I see a lot of the network neutrality discussion as one surrounding the conditions under which applications can, and cannot, be prevented from running. On one hand there are advocates who maintain that telecommunications providers – ISPs such as Bell, Comcast, and Virgin – shouldn’t be responsible for ‘picking winners and losers’ on the basis that consumers should make these choices. On the other hand, advocates for managed (read: functioning) networks insist that network operators have a duty and responsibility to fairly provision their networks in a way that doesn’t see one small group negatively impact the experiences of the larger consumer population. Deep Packet Inspection (DPI) has become a hot-button technology in light of the neutrality debates, given its potential to let ISPs determine what applications function ‘properly’ and which see their data rates delayed for purposes of network management. What is often missing in the network neutrality discussions is a comparison between the uses of DPI across jurisdictions and how these uses might impact ISPs’ abilities to prioritize or deprioritize particular forms of data traffic.
As part of an early bit of thinking on this, I want to direct our attention to Canada, the United States, and the United Kingdom to start framing how these jurisdictions are approaching the use of DPI. In the process, I will make the claim that Canada’s recent CRTC ruling on the use of the technology appears to be more and more progressive in light of recent decisions in the US and the likelihood of the UK’s Digital Economy Bill (DEB) becoming law. Up front I should note that while I think that Canada can be read as ‘progressive’ on the network neutrality front, this shouldn’t suggest that either the CRTC or parliament have done enough: further clarity into the practices of ISPs, additional insight into the technologies they use, and an ongoing discussion of traffic management systems are needed in Canada. Canadian communications increasingly pass through IP networks and as a result our communications infrastructure should be seen as important as defence, education, and health care, each of which are tied to their own critical infrastructures but connected to one another and enabled through digital communications systems. Digital infrastructures draw together the fibres connecting the Canadian people, Canadian business, and Canadian security, and we need to elevate the discussions about this infrastructure to make it a prominent part of the national agenda.
The CRTC is listening to oral presentations concerning Canadian ISPs’ use of Deep Packet Inspection (DPI) appliances to throttle Canadians’ Internet traffic. Rather than talk about these presentations in any length, I thought that I’d step back a bit and try to outline some of the attention that DPI has received over the past few years. This should give people who are newly interested in the technology an appreciation for why DPI has become the focus of so much attention and provide paths to learn about the politics of DPI. This post is meant to be a fast overview, and only attends to the North American situation given that it’s what I’m most familiar with.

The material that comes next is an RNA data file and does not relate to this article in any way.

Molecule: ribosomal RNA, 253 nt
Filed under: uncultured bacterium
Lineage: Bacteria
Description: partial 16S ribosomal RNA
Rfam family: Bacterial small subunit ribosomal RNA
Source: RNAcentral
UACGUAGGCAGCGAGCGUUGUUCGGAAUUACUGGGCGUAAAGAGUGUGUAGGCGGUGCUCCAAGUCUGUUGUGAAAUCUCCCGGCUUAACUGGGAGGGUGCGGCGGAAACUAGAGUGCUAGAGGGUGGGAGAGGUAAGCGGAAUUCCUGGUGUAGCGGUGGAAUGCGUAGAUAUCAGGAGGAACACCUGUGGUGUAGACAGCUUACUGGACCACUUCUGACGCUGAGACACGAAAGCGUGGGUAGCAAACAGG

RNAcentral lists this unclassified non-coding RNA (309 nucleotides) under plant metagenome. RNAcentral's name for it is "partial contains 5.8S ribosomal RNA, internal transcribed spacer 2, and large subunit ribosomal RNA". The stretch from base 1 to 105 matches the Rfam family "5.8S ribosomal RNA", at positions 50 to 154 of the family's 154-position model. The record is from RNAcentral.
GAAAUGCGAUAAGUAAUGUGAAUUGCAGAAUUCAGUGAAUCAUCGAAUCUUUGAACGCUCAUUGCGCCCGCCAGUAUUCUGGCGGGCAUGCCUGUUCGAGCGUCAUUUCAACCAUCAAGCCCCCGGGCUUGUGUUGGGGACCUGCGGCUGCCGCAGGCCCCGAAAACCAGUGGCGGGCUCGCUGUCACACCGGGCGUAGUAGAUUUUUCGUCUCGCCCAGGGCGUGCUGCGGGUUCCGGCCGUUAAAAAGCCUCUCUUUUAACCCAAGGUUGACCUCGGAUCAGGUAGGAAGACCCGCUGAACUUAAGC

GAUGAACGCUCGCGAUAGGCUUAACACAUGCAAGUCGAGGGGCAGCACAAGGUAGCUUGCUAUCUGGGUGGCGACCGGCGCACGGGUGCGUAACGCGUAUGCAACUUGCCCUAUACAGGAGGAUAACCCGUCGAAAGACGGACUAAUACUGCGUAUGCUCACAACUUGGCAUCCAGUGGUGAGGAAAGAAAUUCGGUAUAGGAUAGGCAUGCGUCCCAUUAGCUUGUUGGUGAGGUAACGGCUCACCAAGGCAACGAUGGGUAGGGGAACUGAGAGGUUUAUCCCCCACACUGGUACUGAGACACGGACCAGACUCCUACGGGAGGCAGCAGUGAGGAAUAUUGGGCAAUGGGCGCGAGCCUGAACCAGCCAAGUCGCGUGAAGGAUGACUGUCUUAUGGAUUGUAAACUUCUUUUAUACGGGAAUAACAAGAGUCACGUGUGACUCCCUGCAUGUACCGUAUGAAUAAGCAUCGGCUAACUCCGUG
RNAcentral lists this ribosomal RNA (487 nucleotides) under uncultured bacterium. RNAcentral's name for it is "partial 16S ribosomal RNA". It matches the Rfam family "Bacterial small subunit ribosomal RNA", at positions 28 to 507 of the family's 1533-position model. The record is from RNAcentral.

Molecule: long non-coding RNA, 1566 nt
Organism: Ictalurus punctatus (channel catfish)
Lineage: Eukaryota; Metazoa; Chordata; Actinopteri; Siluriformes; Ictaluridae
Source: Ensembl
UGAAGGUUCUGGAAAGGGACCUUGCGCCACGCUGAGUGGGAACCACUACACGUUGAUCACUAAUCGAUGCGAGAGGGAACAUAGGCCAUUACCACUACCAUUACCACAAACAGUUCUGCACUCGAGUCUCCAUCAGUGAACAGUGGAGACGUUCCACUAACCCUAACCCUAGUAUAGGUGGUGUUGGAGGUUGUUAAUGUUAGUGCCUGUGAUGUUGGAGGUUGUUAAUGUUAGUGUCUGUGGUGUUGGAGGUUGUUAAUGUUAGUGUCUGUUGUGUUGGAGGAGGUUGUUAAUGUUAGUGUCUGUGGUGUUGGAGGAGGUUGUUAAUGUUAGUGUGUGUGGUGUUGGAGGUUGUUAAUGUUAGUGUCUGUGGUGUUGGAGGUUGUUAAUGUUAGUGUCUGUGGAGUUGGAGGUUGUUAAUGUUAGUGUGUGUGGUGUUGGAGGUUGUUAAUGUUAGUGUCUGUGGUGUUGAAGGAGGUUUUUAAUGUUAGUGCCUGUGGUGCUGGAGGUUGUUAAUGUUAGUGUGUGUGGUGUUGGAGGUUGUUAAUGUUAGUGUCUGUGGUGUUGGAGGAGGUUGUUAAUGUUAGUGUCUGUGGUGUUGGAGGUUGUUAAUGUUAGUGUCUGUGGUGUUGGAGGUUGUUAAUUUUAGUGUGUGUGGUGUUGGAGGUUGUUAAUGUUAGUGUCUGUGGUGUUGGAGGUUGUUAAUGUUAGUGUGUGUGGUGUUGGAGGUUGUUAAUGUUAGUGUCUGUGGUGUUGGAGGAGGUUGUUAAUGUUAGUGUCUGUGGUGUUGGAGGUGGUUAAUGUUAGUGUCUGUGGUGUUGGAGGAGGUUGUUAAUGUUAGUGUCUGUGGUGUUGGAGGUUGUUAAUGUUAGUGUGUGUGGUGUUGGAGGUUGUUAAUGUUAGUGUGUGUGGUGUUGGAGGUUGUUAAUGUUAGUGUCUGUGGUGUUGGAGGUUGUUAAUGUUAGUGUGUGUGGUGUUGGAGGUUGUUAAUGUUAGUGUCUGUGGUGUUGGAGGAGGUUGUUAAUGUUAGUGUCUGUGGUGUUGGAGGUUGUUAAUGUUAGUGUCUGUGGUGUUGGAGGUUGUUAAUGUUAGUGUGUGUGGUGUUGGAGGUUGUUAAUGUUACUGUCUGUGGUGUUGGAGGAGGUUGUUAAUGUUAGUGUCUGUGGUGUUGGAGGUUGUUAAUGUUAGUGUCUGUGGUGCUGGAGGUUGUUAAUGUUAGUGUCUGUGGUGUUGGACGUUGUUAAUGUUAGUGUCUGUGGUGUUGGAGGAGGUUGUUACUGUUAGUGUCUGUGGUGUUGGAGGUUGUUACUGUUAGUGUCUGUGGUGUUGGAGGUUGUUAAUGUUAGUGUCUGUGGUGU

Massive surveillance of digital networks took off as an issue in 2005, when the New York Times published their first article on the NSA’s warrantless wiretapping operations. The concern about such surveillance brewed for years, but (in my eyes) really exploded as the public started to learn about the capacities of DPI technologies as potential tools for mass surveillance.
DPI has been garnering headlines in a major way in 2007, which has really been the result of Nate Anderson’s piece, “Deep packet inspection meets ‘Net neutrality, CALEA.” Anderson’s article is typically recognized as the popular news article that put DPI on the scene, and the American public’s interest in this technology was reinforced by Comcast’s use of TCP RST packets, which was made possible using Sandvine equipment. These packets (which appear to have been first discussed in 1981) were used by Comcast to convince P2P clients that the other client(s) in the P2P session didn’t want to communicate with Comcast subscriber’s P2P application, which led to the termination of the data transmission. Things continued to heat up in the US, as the behavioural advertising company NebuAd began partnering with ISPs to deliver targeted ads to ISPs’ customers using DPI equipment. The Free Press hired Robert Topolski to perform a technical analysis of what NebuAd was doing, and found that NebuAd was (in effect) performing a man-in-the-middle attack to alter packets as they coursed through ISP network hubs. This report, prepared for Congressional hearings into the surveillance of Americans’ data transfers, was key to driving American ISPs away from NebuAd in the face of political and customer revolt over targeted advertising practices. NebuAd has since shut its doors. In the US there is now talk of shifting towards agnostic throttling, rather than throttling that targets particular applications. Discrimination is equally applied now, instead of honing in on specific groups.
In Canada, there haven’t been (many) accusations of ISPs using DPI for advertising purposes, but throttling has been at the center of our discussions of how Canadian ISPs use DPI to delay P2P applications’ data transfers. Continue reading